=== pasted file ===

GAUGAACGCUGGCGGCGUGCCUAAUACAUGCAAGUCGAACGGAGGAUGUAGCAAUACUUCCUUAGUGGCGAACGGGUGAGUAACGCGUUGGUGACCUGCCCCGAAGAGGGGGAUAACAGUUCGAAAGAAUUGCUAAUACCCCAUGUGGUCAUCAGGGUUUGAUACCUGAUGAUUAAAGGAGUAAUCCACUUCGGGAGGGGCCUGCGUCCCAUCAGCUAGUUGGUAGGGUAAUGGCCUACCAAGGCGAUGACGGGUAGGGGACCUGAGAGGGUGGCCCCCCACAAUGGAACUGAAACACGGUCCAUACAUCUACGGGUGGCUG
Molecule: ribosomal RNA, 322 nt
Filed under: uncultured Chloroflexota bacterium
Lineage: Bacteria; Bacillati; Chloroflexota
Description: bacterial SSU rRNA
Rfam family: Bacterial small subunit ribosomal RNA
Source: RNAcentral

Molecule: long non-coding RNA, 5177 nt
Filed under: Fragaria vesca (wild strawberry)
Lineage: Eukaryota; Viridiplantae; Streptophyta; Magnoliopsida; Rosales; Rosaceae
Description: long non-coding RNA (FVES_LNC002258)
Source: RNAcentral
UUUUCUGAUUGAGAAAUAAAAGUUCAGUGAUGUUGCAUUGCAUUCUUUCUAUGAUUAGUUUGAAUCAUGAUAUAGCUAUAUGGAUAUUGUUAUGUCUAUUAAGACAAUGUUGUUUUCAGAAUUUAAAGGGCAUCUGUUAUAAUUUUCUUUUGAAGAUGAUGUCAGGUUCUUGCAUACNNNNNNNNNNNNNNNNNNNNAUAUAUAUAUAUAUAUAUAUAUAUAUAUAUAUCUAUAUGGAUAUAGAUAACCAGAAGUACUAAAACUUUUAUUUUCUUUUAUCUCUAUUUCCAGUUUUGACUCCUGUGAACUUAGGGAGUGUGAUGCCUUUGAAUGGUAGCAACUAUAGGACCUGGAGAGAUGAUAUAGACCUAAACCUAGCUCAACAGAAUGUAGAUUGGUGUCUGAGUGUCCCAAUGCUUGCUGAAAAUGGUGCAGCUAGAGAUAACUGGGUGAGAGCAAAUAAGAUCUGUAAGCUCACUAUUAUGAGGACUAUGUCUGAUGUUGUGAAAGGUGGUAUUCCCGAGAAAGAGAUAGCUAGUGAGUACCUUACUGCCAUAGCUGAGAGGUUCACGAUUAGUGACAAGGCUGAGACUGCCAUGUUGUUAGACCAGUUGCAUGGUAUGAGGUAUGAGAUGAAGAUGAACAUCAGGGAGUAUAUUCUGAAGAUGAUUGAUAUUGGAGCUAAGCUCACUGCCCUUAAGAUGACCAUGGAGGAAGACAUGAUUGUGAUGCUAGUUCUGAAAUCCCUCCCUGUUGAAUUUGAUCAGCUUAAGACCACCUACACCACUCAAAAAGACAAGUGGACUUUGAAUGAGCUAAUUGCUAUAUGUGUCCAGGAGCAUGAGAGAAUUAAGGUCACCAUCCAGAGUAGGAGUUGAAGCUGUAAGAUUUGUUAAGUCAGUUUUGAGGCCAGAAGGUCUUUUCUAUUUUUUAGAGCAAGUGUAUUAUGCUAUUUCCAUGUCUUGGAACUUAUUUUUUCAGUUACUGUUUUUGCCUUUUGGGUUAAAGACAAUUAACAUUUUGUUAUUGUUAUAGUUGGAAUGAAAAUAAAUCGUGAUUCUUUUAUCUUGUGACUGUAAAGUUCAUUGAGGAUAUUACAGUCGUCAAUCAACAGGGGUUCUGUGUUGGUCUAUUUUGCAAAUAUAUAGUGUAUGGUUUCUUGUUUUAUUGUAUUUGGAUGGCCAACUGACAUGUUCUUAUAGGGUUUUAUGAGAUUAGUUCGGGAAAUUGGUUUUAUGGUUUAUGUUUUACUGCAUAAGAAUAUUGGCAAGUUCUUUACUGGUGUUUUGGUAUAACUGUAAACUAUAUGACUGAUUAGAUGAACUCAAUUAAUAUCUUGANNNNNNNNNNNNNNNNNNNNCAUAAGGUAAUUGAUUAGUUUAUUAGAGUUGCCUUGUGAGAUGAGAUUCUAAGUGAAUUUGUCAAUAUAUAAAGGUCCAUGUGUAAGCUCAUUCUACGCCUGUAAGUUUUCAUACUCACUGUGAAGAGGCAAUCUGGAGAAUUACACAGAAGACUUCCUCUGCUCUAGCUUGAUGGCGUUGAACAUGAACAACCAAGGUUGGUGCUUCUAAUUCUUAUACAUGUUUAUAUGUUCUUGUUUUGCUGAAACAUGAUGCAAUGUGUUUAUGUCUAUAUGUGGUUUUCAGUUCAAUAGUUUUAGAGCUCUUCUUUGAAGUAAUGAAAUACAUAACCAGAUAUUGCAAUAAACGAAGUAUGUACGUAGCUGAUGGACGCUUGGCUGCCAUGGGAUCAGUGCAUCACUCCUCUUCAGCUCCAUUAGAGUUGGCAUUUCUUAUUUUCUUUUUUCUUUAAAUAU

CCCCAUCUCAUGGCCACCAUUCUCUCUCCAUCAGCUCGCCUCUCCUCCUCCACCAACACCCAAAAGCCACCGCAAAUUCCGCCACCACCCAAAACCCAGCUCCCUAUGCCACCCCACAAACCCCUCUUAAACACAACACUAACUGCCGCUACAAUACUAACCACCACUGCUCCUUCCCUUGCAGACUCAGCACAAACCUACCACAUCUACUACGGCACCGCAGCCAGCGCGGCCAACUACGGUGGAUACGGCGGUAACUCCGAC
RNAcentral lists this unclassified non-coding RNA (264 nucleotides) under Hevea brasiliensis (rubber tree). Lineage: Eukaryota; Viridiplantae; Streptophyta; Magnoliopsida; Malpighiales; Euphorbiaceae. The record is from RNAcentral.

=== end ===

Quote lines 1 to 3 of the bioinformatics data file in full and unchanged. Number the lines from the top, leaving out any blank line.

GAUGAACGCUGGCGGCGUGCCUAAUACAUGCAAGUCGAACGGAGGAUGUAGCAAUACUUCCUUAGUGGCGAACGGGUGAGUAACGCGUUGGUGACCUGCCCCGAAGAGGGGGAUAACAGUUCGAAAGAAUUGCUAAUACCCCAUGUGGUCAUCAGGGUUUGAUACCUGAUGAUUAAAGGAGUAAUCCACUUCGGGAGGGGCCUGCGUCCCAUCAGCUAGUUGGUAGGGUAAUGGCCUACCAAGGCGAUGACGGGUAGGGGACCUGAGAGGGUGGCCCCCCACAAUGGAACUGAAACACGGUCCAUACAUCUACGGGUGGCUG
Molecule: ribosomal RNA, 322 nt
Filed under: uncultured Chloroflexota bacterium